The trade war between the US and China has been regularly covered in news headlines since 2017. Several times the US increased the tariff on the import of Chinese goods and vice versa. What’s in it for the countries? In theory, the import tariffs should make domestic products relatively cheaper and more attractive to purchase. This especially seems beneficial for the US since the labour costs are often higher in the US than in China.
In the consumer decision process price is an important determinant of choice. So installing higher import tariffs, increasing the price of goods, will indeed shift the preference from foreign to domestic products. But as with every decision that we make, there are more aspects to the choice that influence us. Could the US exploit other possibilities to boost the sale of domestic products?
Country of Origin
Another road to boost the sales of domestic products is by emphasizing its authenticity and originality. Consumers are sensitive to products marked with “Made in” labels. These labels tell us where the item was produced and affect the acceptance and success of products especially when the country and product strongly match. Within consumer economics, the effect of such labelling of products is called the Country of Origin effect and is considered rather complex. It not only often acts as a signal for product quality, but it could also attach symbolic and emotional value to the product. Think of feelings like national pride or social status.
The critical reader may have noted that a “Made in” label could enhance the sales of any product, including those that are produced outside one’s own country. Indeed, this could occur when a country is known for producing high-quality products in the specific domain (eg, automotive industry in Germany) or when a person has positive associations to the country (eg, memories of a past holiday in Italy). Nonetheless, research has shown that products that have been produced in one’s own country are particularly attracting consumers.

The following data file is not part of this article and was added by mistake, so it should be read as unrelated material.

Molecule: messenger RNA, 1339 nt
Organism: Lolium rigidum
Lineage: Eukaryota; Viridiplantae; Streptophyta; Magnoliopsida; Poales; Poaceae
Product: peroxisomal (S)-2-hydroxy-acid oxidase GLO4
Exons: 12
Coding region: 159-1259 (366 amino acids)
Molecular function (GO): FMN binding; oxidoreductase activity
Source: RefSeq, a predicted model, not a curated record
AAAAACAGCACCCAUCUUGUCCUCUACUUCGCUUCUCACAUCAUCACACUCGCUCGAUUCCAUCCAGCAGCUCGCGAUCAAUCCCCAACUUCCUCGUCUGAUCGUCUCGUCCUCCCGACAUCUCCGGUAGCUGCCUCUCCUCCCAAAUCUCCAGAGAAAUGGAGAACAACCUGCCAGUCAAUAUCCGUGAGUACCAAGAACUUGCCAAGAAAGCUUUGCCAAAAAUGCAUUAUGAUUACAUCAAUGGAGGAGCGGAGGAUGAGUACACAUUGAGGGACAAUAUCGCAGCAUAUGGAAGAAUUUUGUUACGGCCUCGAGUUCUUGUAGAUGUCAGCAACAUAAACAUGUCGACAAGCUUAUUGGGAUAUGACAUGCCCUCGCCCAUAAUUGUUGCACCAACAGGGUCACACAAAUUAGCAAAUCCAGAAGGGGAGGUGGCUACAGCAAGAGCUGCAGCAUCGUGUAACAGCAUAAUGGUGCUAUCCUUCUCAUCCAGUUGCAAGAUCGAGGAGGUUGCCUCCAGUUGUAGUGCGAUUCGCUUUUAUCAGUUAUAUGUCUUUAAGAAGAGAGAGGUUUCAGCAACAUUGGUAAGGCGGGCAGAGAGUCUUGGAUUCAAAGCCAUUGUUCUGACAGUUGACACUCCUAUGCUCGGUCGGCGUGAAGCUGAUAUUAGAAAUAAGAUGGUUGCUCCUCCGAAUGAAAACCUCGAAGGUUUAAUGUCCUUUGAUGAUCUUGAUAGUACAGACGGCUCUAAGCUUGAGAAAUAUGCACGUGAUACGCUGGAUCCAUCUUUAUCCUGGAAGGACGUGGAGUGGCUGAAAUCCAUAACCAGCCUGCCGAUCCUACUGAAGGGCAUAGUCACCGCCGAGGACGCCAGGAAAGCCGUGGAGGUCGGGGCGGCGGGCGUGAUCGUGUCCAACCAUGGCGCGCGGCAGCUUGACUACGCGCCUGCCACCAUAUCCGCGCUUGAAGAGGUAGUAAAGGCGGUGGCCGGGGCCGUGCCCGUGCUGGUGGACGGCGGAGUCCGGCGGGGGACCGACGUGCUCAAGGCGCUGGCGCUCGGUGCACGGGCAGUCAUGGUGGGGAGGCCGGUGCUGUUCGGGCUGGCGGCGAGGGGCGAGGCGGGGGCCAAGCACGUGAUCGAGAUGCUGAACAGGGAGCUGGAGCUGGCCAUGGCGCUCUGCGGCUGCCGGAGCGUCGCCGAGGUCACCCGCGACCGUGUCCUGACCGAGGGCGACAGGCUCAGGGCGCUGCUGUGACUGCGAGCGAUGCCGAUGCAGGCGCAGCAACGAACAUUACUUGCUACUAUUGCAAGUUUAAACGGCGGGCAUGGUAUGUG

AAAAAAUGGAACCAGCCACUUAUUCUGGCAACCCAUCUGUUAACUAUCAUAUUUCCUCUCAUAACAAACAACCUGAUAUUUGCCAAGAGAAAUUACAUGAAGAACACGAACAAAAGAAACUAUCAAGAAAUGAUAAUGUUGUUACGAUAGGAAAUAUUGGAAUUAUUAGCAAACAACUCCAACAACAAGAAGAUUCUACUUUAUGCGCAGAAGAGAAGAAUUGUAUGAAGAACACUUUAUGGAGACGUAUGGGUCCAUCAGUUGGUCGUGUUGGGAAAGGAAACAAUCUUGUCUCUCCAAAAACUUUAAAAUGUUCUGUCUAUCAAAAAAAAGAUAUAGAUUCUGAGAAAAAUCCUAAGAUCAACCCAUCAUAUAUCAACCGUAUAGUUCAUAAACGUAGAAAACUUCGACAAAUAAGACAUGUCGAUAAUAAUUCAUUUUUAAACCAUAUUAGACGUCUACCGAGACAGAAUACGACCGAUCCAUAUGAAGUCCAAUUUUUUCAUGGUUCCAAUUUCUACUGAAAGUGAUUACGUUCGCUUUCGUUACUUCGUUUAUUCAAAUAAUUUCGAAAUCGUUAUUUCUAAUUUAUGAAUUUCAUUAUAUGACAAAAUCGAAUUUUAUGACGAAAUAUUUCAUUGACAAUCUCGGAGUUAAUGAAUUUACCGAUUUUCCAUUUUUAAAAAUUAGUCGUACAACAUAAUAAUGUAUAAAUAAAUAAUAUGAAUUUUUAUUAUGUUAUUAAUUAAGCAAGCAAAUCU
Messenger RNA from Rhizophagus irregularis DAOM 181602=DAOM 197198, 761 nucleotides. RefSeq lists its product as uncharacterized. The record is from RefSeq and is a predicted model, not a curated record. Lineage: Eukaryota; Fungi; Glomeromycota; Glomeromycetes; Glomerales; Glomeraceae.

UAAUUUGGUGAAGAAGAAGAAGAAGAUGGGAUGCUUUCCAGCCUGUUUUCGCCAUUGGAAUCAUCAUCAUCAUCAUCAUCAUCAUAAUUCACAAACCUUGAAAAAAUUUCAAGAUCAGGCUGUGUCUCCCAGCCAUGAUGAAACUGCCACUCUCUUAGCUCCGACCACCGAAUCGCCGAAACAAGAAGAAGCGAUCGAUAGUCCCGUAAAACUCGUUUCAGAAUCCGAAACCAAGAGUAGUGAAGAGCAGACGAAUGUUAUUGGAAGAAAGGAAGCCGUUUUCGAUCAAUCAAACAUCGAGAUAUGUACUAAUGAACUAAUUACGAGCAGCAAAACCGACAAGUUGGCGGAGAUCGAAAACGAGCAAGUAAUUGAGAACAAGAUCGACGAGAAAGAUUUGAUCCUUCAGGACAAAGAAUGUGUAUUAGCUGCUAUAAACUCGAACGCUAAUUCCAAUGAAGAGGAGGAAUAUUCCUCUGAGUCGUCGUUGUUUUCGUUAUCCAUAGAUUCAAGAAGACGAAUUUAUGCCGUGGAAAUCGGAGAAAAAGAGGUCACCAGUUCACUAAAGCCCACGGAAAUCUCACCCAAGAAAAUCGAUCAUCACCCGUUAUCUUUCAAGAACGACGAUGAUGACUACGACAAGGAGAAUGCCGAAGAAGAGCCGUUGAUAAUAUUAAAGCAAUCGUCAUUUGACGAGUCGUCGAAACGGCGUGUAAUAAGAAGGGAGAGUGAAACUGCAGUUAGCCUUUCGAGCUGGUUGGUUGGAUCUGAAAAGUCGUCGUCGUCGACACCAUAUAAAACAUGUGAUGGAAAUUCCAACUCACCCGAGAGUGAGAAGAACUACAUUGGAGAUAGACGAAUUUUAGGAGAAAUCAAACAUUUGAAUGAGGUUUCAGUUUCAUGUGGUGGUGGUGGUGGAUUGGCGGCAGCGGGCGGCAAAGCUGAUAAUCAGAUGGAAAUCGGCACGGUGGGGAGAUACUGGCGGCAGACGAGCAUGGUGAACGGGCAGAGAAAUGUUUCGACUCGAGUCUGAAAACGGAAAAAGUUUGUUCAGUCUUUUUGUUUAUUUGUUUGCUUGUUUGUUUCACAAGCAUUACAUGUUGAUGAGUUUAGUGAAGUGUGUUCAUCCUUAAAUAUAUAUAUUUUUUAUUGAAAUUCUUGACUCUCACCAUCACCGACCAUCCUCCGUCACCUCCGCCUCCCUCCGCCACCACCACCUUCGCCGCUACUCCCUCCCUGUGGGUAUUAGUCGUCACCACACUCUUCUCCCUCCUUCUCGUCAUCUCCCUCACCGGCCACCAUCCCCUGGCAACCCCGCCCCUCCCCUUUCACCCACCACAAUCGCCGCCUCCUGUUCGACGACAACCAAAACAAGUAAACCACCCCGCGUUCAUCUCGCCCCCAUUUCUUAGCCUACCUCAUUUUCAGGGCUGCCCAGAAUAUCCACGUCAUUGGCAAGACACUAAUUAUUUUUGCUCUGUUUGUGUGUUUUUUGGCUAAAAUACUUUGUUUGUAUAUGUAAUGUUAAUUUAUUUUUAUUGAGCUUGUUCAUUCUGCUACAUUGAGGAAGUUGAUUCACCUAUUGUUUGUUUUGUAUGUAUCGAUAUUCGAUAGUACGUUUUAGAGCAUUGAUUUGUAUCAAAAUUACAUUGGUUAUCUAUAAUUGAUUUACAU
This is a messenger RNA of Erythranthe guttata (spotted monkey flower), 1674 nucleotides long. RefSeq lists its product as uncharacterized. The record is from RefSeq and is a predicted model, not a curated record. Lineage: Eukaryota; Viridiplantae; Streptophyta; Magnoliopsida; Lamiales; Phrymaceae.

Why is it that domestic products are preferred as soon as its origin is highlighted? The answer can be found in our identity. People have many personal and social identities (eg, social roles, traits and nationality) that determine our goals, actions and the decisions that we make. These identities might be consistently available or activated by the situation. For many people, a prominent identity is their nationality. The country in which we are born and grow up shapes who we are and what we think. Hence it feels right to behave in accordance with our nationality when it is activated, influencing our consumer decisions too. For example, Germans feel more inclined to drive a Volkswagen than a Toyota car and the French would forego a bottle Italian wine to have a red wine from Burgundy. Interestingly, research even suggests that people find it difficult to purchase products that are incongruent with their identity.
Does this mean that highlighting the origin of a domestic product does the full job? Well – that might be a little bit too ambitious. Next to features such as price and quality, the origin of the product will steer the decision process and could help the consumer to narrow down the choice set. Particularly when it comes to luxury goods. So when a German – aware of his nationality – is looking for a new car, he might find himself only considering German brands, but his final decision between these options might depend on price, quality and other aspects of the choice (eg, fuel efficiency).